CNC Machine Shops: How Engaged with Social Media Are You?
I have a “like/hate” relationship with social media. I say “like” because there’s nothing I really “love” about it. And I dislike it because some people take advantage of the open channels to unfairly paint with a very broad brush, instigate and bully (my daughter has been on the receiving end of that last point). For these reasons, I don’t really engage with social media on a personal level outside of the random non-work-related tweet from my @pm_derek Twitter handle. I also don’t have personal Twitter or Facebook accounts.
Social media can, however, prove valuable in a business sense. Machine shops, for example, can leverage it to their advantage in a few ways, and data from sister publication Modern Machine Shop’s Top Shops benchmarking survey shows that the most successful U.S. shops are more apt to use and benefit from social media engagement.
I’ve watched all this play out since embarking on my career as a machining magazine editor nearly 17 years ago. Back then, many shops — but not all — had a website. In some cases, those websites were very basic, essentially consisting of a home page, contact page and page listing their equipment. Over time, shops’ websites became more informative and sophisticated, and some have added blogs to enable them to provide updated company information to site visitors. This might include newly purchased equipment, certifications attained, customer accolades, industry awards and so on.
In some cases, shops also have used their blogs to offer advice and guidance to their customers, such as design for manufacturability tips that demonstrate how they can help customers simplify part designs to simplify machining for lower overall production costs and faster turnaround time. Case studies describing ways a shop has helped a customer with a tough job or tight time frame also make for good blog fodder.
Social media, then, is the next logical step, and an increasing number of shops are now engaging with various channels. For example, Twitter enables frequent pushes to new information you have added to your website or blog, or articles from other websites that you think would be helpful to your followers. Clever use of hashtags is helpful, but less can be more in this respect. Twitter is also a good channel to let your shop’s personality shine through.
Let me know how you are using social media to help your shop.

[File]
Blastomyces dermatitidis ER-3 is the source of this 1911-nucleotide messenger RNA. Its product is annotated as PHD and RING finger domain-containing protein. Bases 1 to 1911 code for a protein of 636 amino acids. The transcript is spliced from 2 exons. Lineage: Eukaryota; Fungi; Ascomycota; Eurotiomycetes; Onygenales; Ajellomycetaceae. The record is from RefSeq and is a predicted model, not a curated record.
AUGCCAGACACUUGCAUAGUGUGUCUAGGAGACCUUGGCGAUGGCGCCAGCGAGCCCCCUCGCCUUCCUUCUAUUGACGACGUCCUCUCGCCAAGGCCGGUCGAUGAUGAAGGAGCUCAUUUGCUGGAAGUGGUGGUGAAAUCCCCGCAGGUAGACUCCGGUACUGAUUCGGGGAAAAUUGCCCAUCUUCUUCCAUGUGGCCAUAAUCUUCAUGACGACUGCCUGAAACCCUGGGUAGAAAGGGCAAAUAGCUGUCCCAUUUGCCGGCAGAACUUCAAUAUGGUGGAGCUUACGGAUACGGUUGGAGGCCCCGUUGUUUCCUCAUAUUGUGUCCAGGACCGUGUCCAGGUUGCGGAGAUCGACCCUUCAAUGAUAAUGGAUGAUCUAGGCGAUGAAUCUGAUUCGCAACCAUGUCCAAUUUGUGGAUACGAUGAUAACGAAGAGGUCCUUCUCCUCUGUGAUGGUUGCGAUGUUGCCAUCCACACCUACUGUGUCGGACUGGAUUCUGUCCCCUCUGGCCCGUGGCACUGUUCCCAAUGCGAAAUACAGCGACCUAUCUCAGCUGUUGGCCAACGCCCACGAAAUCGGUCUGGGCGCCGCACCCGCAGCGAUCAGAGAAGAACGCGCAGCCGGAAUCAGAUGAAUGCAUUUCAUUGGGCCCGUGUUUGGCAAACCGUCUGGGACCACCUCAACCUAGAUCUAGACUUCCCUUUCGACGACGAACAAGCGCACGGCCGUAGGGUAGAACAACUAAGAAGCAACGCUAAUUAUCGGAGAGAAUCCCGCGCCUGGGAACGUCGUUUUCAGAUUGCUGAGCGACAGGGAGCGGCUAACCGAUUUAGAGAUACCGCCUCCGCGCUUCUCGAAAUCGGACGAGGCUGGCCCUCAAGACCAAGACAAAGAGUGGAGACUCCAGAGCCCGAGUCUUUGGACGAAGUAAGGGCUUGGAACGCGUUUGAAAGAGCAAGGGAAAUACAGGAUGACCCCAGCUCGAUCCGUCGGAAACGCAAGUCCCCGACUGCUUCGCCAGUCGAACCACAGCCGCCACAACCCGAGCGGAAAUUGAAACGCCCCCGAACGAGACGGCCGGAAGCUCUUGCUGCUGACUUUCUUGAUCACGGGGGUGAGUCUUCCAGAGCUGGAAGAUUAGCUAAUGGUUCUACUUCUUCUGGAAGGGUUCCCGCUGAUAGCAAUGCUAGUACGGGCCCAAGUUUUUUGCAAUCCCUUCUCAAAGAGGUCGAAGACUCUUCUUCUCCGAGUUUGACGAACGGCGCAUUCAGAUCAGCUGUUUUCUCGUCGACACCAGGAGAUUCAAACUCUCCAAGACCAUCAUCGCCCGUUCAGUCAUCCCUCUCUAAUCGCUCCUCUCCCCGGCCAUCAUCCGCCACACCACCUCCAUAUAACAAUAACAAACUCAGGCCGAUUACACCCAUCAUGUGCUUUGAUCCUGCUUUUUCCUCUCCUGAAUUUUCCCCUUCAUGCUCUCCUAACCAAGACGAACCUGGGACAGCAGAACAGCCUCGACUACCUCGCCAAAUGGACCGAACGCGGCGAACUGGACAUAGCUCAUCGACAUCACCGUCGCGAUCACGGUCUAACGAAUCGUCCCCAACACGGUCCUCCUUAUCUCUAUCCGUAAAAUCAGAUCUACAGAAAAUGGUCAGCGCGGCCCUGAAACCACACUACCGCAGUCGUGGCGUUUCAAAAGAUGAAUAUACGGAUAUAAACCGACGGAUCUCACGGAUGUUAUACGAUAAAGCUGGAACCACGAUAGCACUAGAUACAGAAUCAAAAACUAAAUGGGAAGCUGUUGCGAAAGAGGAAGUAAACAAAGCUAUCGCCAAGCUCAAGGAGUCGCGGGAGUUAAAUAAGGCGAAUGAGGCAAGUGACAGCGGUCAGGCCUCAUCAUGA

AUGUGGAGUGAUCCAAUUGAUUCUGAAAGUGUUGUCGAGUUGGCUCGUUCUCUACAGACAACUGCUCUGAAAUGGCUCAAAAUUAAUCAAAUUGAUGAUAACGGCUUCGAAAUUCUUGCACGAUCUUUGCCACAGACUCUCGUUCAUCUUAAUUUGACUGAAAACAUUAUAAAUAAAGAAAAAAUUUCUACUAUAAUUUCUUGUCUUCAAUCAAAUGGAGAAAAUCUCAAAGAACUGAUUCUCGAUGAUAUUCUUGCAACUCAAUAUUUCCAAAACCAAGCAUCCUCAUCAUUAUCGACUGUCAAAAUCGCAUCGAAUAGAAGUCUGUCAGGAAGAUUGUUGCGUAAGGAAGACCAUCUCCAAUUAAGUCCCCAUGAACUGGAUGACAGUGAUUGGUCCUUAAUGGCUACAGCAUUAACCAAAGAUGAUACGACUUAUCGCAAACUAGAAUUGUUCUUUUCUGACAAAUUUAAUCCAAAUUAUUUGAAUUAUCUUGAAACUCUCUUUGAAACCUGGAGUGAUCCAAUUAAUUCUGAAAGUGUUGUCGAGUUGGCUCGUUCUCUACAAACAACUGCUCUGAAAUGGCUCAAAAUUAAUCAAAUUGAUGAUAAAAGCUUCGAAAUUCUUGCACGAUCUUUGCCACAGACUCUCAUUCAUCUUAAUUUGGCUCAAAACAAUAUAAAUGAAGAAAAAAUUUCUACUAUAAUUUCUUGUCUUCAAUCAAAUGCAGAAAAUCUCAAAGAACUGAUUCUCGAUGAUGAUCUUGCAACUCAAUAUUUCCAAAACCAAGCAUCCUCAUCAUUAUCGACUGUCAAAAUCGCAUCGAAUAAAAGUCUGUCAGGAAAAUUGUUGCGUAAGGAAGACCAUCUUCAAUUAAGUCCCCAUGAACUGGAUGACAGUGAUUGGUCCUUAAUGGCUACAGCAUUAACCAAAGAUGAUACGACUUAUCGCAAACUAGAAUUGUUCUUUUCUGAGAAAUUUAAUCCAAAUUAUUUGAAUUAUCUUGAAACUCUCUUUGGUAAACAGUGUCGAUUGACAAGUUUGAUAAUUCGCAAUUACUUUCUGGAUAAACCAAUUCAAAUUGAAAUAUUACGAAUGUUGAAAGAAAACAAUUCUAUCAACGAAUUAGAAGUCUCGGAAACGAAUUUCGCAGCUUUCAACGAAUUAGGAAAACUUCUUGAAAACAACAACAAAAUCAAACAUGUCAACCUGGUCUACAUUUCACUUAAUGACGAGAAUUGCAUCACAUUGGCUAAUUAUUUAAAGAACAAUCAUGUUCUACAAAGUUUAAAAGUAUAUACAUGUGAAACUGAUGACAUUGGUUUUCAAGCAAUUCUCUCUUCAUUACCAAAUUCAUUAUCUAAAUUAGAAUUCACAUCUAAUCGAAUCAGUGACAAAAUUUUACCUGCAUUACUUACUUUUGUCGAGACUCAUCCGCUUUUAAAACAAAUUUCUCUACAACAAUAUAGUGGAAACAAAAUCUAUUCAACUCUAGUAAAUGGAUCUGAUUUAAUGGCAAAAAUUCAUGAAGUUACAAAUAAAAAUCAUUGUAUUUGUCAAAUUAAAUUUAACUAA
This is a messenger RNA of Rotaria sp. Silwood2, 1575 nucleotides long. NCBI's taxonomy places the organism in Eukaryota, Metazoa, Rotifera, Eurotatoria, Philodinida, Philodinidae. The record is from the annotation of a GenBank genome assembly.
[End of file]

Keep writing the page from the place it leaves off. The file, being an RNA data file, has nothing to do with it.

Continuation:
LinkedIn is the leading social media channel for business. It’s a good platform to post articles showing your machining knowledge or offering industry opinions. It’s also better than Twitter in terms of spurring healthy interaction with and comments from your followers. In fact, our magazine is leveraging LinkedIn more to increase such interaction. A good example of this is a recent post on our @productionmachining page that lists questions a reader who manages a screw machine shop had about implementing lean manufacturing. Between this post from our magazine’s LinkedIn account and this push to it from my own account, we’ve received more than 11,000 views and garnered more than 30 comments.
What about video? Successful shops frequently open their doors to existing customers, prospective customers and the local community (for example, prospective new hires) to show off their capabilities and processes. Some also record video taken on their shop floor and post to YouTube for similar reasons. One shop I know hired an intern over the summer to take footage and edit the videos. I’ve even heard of a shop that partnered with Google Street View to let people take a digital tour of its facility. Virtual visits such as these are even more valuable today as COVID-19 concerns have caused shops to limit or even restrict visitors from entering their facilities.
For some shops, the popular Facebook serves as their “website” while offering the ability to tag others. I’ve heard from some shops that have found this platform beneficial in reaching young people and recruiting new talent, too.
Instagram is another option, although it is not as commonly used by machine shops. It does enable shops to show off photos and video of neat parts they’ve machined, new equipment added and more, using hashtags to draw people in. The most popular hashtag used by shops is #instamachinist.
The challenge is finding time to consistently engage with social media. That said, there are social media management platforms such as Hootsuite and Sendible to help with scheduling and monitoring posts.
So, if you’re a shop that hasn’t engaged with social media, why not? And if you are using social media, what platforms work best for you and how are you benefiting? Email me at firstname.lastname@example.org to let me know.
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